Four Competing Bgs Models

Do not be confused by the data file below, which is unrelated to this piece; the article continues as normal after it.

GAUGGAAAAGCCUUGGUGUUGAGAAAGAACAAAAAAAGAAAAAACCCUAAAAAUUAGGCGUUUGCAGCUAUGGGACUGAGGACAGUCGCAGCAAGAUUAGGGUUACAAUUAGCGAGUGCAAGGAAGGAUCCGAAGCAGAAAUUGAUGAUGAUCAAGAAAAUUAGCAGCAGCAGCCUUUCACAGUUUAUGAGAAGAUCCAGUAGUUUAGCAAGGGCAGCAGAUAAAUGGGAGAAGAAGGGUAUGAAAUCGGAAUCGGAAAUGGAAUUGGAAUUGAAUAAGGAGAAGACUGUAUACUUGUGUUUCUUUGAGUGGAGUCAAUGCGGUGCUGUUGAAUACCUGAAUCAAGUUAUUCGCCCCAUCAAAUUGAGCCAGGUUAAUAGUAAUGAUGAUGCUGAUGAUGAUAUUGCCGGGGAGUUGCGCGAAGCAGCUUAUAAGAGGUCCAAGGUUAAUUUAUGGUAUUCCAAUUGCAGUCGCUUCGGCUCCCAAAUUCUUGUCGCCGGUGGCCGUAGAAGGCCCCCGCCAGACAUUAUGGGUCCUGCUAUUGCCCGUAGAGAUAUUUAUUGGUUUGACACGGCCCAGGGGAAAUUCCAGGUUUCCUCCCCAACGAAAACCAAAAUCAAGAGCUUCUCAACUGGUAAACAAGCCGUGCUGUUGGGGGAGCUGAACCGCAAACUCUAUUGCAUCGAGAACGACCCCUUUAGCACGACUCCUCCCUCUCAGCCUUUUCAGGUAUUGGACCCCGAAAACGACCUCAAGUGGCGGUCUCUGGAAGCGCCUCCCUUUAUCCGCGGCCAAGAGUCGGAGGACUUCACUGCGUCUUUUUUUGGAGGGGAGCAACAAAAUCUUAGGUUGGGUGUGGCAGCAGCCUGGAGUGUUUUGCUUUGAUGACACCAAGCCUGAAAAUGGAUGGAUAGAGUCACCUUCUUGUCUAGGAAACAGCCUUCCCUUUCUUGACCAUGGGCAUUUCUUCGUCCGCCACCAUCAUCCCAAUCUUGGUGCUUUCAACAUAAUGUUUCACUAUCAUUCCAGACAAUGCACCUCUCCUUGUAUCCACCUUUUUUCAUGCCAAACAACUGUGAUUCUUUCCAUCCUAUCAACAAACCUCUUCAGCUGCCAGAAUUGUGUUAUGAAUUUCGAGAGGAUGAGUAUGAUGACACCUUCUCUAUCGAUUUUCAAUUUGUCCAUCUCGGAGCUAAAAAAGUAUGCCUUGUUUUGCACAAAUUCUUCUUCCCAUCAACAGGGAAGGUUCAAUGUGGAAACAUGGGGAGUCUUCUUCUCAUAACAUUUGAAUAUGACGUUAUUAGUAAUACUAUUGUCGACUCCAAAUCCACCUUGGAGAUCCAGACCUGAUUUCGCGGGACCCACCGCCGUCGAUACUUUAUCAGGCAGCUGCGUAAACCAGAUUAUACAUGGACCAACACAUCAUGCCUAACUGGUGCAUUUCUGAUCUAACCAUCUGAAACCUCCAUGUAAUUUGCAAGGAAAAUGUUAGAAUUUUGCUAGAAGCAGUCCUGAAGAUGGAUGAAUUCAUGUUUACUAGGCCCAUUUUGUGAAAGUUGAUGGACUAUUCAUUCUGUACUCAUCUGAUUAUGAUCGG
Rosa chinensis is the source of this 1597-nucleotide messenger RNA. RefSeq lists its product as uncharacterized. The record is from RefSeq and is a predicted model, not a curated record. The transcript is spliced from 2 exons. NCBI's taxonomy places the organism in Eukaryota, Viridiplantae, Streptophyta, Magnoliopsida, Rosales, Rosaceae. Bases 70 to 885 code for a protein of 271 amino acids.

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There are four competing Business, Government, and Society (BGS) models, the Market Capitalism model, the Dominance model, the Countervailing Forces model and the Stakeholder model. The purpose of these models are simplified descriptions of the Business, Government and Society relationship. According to the Market Capitalism Model business operates within a market environment and responds primarily to the powerful economic forces. There are many important assumptions regarding this model. Some of the key assumptions include slight government interference in the economy, consumers are able to make decisions because they are informed about the products they are looking to purchase and the price of the products and banks and laws exist for the sole purpose of easing commerce. The conclusions that can be drawn from the market capitalism model and how the business, government and society relationship are as follows; government regulation needs to be limited, corporate performance is measured in profits and the ethical duty of management is to make sure that the interests of the shareholders are met. In the market capitalism model, each individual has the power to own private property and freely risk these investments. The Dominance model can be described as the model where businesses and the government dominate (or control) the general populace. Within this model, the rich elite are the ones that control businesses at the expense of the average person. The Countervailing Forces model shows the BGS relationship as a complex exchange between many major elements of a society. These forces are stronger or weaker depending on many factors such as “the subject at issue, the power of competing interests, the intensity of feeling, and the influence of leaders.” (Steiner & Steiner, 2009, p. 14) This model differs from the market capitalism model because businesses can be
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